(A strictly increasing function is, well, exactly what it sounds like. If x > y, f(x) > f(y). Try to visualize this. It never changes direction, never doubles back on itself. So there's always an inverse, for every output, there's always a unique input. So later on. when I start focusing on indexings of the preferences that has specific mathematical properties, no generality is lost. One can always translate into another numerical coding for the preferences, and then back again.)

A few words of warning though: While this preference ranking thing is the ideal, any simple rule for generating the ranking is not going to reproduce your preferences, your morality, your desires. Your preferences are complex. Best to instead figure out what you want in specific cases. In conflicting decisions, query yourself, see which deeper principles "seem right", and extrapolate from there. But any simple rule for generating your own One True Preference Ranking is simply going to be wrong. (Don't worry about what a "utility function" is exactly yet. I'll get to that later. For now, all you need to know is that it's one of those numerical encodings of preferences that has certain useful mathematical properties.)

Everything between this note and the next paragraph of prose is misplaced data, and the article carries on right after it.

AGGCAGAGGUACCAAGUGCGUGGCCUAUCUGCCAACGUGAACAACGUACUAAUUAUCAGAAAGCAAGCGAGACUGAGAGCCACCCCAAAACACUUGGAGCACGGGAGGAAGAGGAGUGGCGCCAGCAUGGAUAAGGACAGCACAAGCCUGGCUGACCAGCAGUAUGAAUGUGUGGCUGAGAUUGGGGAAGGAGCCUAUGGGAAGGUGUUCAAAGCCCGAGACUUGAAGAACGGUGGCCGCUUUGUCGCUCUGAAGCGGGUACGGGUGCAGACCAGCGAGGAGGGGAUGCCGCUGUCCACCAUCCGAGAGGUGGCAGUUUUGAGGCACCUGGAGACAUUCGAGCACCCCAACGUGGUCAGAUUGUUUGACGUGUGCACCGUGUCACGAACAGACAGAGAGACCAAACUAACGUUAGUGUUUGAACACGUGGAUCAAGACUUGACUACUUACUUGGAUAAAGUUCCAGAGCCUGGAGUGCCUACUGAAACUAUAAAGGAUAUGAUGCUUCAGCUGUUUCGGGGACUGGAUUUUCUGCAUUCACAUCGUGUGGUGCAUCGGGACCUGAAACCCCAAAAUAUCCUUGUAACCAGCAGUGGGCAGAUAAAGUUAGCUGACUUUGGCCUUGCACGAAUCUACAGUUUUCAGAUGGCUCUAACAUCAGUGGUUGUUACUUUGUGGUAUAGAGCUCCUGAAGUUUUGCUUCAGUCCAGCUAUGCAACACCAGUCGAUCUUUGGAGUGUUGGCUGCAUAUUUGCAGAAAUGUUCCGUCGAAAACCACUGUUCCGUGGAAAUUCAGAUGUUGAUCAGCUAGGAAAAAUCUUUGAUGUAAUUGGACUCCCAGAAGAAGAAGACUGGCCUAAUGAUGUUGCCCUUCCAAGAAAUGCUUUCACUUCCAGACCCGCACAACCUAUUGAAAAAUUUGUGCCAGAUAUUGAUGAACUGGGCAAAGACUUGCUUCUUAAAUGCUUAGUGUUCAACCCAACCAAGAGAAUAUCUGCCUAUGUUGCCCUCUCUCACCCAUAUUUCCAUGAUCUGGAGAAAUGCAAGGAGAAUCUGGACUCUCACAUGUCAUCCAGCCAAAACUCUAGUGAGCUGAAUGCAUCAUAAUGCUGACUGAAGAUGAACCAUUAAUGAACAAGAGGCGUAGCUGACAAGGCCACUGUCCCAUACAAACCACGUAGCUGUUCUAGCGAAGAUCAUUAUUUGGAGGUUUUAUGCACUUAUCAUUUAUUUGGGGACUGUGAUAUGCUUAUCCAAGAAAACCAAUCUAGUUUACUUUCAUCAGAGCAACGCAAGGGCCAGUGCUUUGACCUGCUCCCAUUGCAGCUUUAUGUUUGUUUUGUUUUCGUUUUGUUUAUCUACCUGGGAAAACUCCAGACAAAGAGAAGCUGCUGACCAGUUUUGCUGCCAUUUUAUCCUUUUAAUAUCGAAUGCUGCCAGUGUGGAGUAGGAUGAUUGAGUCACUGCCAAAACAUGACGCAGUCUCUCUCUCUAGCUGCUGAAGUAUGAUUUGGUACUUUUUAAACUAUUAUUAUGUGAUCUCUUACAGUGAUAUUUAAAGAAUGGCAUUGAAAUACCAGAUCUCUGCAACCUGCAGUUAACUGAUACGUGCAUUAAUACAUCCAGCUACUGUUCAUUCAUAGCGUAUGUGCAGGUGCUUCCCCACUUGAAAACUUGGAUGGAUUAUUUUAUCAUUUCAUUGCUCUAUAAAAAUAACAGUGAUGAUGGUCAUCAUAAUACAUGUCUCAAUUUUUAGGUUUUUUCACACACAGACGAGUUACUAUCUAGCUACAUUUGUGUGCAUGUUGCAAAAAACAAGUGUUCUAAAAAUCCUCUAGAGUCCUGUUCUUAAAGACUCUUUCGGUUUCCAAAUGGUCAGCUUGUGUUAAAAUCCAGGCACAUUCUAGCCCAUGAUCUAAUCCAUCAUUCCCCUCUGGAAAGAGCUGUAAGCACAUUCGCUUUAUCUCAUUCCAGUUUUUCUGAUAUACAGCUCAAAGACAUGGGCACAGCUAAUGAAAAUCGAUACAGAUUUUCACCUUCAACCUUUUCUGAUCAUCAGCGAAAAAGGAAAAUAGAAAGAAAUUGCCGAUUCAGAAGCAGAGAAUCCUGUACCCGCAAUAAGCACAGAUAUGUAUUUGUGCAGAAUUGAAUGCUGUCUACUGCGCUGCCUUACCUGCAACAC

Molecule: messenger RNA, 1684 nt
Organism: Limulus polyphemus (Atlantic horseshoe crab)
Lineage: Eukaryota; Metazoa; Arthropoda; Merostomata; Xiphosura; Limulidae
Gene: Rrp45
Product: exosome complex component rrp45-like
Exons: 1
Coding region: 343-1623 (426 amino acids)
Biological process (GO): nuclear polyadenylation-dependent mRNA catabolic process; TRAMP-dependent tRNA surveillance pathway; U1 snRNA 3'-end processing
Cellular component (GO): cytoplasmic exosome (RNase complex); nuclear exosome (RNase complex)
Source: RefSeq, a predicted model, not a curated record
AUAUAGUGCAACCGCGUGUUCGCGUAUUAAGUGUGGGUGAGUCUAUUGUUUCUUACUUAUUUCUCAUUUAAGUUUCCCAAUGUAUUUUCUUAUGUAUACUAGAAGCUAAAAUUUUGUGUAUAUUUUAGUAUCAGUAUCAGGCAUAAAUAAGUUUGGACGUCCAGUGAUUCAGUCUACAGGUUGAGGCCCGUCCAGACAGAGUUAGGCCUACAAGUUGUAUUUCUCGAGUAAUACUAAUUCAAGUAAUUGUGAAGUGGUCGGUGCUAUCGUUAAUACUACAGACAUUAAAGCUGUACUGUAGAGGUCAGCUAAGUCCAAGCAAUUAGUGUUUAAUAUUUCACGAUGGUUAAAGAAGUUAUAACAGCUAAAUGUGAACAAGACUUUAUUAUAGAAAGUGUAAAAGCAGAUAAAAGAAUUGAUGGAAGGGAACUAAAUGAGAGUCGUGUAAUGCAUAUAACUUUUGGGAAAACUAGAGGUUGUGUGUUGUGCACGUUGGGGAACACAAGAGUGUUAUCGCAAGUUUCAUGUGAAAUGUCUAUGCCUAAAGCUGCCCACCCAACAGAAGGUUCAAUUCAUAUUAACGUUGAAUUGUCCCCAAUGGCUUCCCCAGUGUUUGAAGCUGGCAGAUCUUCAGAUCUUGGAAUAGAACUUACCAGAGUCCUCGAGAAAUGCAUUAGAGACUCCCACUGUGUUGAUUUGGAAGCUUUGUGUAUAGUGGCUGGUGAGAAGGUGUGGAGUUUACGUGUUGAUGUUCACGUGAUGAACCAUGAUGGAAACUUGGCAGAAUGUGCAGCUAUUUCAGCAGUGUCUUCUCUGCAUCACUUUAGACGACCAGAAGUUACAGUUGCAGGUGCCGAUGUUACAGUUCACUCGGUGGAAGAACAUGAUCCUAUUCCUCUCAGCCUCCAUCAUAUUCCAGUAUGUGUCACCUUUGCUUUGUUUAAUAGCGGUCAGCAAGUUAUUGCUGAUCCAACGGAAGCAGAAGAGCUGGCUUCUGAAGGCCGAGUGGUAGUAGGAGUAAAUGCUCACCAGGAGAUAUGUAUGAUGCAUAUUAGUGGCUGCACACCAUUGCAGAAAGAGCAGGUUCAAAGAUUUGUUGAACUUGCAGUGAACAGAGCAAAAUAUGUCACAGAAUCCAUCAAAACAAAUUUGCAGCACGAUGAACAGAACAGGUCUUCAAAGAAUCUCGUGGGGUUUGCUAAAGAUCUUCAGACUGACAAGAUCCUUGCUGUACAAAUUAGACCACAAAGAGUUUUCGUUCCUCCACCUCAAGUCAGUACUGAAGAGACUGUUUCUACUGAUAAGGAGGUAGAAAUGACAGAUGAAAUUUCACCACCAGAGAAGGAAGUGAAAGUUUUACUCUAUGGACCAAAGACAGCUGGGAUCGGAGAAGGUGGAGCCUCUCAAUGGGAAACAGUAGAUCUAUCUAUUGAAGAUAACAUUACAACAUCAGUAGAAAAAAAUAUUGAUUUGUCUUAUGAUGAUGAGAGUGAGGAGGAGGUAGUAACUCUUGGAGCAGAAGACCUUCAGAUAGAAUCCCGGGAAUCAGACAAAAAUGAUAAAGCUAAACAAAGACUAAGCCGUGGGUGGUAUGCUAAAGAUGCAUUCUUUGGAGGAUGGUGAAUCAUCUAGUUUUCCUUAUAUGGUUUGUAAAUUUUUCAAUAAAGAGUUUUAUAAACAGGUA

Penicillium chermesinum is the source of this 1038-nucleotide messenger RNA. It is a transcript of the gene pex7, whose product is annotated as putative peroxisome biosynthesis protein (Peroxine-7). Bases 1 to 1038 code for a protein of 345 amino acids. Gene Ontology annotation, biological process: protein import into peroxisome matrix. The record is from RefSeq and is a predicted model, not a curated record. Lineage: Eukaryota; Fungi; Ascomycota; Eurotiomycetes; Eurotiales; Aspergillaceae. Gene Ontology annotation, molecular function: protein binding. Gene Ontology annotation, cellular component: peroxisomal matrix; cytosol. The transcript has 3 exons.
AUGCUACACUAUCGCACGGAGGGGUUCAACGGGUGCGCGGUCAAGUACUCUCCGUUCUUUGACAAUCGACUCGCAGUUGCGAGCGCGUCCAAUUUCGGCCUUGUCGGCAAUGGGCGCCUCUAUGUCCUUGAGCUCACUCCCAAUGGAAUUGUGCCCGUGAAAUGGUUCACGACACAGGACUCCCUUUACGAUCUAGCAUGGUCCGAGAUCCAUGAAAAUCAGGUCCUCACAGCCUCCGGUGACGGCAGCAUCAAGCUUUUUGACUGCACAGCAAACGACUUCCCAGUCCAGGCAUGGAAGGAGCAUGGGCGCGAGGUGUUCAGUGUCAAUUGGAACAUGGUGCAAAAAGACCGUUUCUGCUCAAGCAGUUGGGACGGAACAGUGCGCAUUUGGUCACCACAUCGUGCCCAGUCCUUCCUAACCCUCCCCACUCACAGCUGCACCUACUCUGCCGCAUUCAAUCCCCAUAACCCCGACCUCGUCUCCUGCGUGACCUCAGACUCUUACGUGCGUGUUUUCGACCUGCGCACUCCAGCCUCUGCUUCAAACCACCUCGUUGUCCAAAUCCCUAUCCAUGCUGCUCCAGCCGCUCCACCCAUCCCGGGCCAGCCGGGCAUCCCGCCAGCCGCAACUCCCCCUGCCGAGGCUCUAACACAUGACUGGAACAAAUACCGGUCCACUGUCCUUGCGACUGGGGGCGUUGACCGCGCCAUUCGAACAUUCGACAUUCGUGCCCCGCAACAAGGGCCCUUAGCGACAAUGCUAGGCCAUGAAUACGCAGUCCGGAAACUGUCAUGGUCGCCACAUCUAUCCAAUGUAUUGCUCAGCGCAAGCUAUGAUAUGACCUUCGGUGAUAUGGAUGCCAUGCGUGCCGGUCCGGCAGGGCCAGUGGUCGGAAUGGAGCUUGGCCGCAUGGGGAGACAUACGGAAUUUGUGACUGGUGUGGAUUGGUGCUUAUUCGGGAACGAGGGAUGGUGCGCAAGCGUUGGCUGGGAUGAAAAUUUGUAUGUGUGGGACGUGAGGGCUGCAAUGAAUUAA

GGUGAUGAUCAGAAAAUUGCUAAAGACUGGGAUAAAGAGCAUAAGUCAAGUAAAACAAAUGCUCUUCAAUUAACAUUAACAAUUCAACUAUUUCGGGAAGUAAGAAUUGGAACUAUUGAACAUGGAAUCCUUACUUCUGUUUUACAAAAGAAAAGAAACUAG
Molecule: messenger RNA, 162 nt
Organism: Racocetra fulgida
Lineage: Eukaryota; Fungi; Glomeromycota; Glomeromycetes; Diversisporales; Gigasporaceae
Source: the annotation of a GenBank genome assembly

(EDIT: added in the example of how lack of having a single ranking for all preferences can lead to Being Stupid)

(EDIT2: (4/29/2009) okay, so I was wrong thinking that I've shown "don't be stupid" (in the sense used in this sequence) prohibits uncomparable states. (That is, preference functions that can, when input two states, output "invalid pair" rather than ">" "<" or "=". I've removed that argument and replaced it with a discussion that I think gets more to the heart of that matter.))